Description by Jack Wright
In Alphabetical order: Some of my influences and people I know (if you are not on this list, consider yourself in)
Jim Baker (musician), Rich Corpolongo (musician), Bob Falesch (musician), Frank Figora (musician), Carol Genetti (vocalist) Allan Koskela (fine artist), Eric Leonardson (musician), Doug Lofstrom (musician), Dave Markson (fine artist), Bob Marsh (musician), Apostol Micheals (fine artist), Hal Russell (musician) Nick Sondy (musician), Duke Stack (fine artist), Sue Wolf (musician), Jack Wright (adventurous reed-man)
Influences and people have known and/or performed with inside the jazz idiom
Robert Barry, Dick Borden, Wilbur Campbell, Pete Castronova, Sam Cohen, Frank Figora, John Fiscone, Mike Gallichio, Harry Hawthorne (my early teacher), Dom Jaconetti, Rusty Jones, Mike Linn, Danny Martin, Terry McCurdy, Al Nutting, Hal Russell, Mickey Simonetta (teacher) and every beautiful drummer I’ve ever listened to especially (The originals) Max Roach, Philly Jo Jones, Kenny Clarke, Art Blakey, Elvin Jones, etc., etc.
Rich Armandi, John Bany, Ron Brown, Skip Crumbe-Bay, Dan DeLorenzo, Al Erich, Clyde Flowers, Leroy Jackson, Don Jones, Thomas Kini, Doug Lofstrom, Ernest Outlaw, Richie Pardo, Derrick Polk, Nick Schnieder, Dan Shapera, Kelly Sill, Ivan Smalley, Boris Smith, Victor Sproles, Mike Staron, Eddie Stemper, Bob Stoltenburg, Bill Terry, Nick Tountas, Bill Yancy and many-many more
Jodie Christian, Willie Coleman, Eddie Baker, Warren Dennis, Bob Dogan, Gene Esposito, Larry Harris, Jack Hubal, Joe Iaco, Eric Kaiser, Stu Katz, Rick Langlois, Larry Luchowski, Larry Novak, Richie Pardo, Bill Petan, Tommy Ponce, Judy Roberts, Peter Saxe, Dave Turner, John Young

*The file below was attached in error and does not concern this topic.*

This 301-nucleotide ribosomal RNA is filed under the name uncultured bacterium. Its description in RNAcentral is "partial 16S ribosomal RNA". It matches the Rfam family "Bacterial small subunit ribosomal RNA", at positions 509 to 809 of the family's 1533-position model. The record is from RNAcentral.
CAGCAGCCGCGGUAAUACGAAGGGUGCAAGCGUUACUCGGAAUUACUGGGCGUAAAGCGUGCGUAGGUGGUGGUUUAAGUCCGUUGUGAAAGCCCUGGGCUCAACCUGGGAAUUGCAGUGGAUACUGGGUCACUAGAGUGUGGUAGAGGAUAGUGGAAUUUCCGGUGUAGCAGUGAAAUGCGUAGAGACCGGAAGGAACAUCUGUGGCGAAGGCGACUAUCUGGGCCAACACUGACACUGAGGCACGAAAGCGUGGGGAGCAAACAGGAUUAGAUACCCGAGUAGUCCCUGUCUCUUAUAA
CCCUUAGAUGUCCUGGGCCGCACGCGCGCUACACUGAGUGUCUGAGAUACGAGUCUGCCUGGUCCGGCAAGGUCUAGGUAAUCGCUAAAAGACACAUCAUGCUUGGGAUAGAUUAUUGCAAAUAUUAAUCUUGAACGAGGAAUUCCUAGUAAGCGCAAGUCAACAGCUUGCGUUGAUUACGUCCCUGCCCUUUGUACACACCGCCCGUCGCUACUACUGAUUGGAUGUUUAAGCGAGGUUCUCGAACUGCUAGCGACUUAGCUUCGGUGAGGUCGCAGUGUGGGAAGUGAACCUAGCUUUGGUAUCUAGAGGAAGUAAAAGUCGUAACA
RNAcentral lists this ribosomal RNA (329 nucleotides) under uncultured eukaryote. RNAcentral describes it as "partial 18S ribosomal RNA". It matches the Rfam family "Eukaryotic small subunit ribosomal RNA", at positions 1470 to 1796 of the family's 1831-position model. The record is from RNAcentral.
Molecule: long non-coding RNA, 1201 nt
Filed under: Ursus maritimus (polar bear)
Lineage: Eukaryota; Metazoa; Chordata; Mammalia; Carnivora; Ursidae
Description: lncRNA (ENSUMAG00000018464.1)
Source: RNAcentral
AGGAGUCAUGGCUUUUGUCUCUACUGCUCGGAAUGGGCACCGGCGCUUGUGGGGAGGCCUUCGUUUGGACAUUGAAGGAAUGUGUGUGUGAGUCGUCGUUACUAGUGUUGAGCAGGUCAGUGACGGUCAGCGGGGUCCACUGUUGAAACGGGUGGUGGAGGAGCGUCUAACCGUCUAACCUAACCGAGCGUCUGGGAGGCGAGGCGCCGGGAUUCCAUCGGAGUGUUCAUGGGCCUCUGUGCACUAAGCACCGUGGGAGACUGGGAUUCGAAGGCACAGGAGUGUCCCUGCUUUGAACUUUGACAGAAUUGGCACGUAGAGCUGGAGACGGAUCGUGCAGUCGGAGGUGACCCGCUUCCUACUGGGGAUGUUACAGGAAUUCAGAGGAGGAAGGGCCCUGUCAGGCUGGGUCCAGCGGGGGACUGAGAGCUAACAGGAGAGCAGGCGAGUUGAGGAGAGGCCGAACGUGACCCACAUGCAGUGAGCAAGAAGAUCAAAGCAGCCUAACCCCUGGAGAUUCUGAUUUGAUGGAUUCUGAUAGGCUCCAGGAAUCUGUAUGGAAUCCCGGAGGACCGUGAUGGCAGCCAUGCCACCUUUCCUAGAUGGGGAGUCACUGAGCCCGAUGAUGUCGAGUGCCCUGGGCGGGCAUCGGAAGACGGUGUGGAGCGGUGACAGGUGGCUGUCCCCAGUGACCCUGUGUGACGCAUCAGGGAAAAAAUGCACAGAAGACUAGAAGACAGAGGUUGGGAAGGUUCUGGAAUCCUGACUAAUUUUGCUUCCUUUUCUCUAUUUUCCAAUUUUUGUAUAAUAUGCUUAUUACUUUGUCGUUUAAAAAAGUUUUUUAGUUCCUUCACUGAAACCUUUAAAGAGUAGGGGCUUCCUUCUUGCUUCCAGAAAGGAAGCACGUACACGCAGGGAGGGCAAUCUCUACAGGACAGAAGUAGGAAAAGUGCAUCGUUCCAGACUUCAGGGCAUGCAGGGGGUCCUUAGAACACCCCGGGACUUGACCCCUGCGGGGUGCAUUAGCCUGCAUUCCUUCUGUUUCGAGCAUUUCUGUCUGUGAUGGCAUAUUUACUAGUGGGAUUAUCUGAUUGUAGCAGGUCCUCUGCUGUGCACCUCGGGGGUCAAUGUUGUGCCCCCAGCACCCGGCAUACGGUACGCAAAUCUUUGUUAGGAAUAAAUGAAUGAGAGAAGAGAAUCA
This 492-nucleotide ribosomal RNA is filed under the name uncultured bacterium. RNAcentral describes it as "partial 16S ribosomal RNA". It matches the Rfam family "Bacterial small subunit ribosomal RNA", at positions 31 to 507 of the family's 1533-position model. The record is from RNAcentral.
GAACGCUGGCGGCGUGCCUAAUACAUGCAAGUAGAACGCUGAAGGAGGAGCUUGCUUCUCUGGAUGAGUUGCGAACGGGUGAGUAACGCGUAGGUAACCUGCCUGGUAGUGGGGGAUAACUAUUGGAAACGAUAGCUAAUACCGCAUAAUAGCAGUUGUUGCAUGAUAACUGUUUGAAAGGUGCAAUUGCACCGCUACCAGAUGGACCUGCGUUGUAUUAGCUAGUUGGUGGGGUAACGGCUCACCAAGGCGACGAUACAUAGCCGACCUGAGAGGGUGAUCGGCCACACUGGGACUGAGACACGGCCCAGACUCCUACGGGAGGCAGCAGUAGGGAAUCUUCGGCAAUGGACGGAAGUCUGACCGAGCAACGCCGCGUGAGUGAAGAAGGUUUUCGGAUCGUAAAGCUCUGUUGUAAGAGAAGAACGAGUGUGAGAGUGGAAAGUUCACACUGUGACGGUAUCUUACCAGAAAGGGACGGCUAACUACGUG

Dave Bany, Bob Minchin, Jim Mullerheim, Bobby Roberts, Bill Witz
Jim Cooper, Stu Katz, Carl Leukaufe
Jack Baron, Tommy Bennett, Bob Centano, Haig Chitjian, Rich Corpolongo, Joe Daly, Mike Finerty, Dom Fogia, Joe Friedland, Lin Halliday, Edward Peterson, Tommy Ponce, Ahmad Sahaladeen, Freddie Schwartz, Ira Sullivan
George Bean, Billy Brimfield, Art Davis, Jim Knapp, Brian Lynch, Bobby Ojeda, Russ Phillips, Tommy Ponce, Kevin Quail, Ira Sullivan, Bobby Sutherland, Billy Wiser
Jeannie Lambert, Linda Ponce, Judy Roberts
Influences in experimental film
Jordan Belson, Stan Brakhage, Abigail Child, Bruce Conner, Maya Daren, Ed Emshwiller, Will Hindle, Jonas Mekas, Gunvor Nelson, Robert Nelson, James Whitney and many others.
In the spring I periodically join Carl Spright (a physicist and drummer) at his drum circle in Oak Park during the annual farmers market. The drummers follow my lead. In a sense, I take on a role of temporary tribal elder. I do not inflate my ego with this dynamic, but plainly, I am the most experienced drummer in the tribe. Because I swing the time, the other drummers entrain with what I lay down. When they start to entrain they can move out of their intentional drumming and find the pocket of flow. People passing by are infected by this. They dance, clap their hands, smile or take pictures of us. Carl provides a blanket for children to sit on, he also provides tiny drums and idiophones for the children to play with. Drums are greatly under-rated in the west, their power to unite is incredible. If congress and world leaders would entrain with drums, stop talking, stop selling, and learn to groove, well . . . that is only one of my hopeful, but obviously impossible fantasies to save the planet from human intention.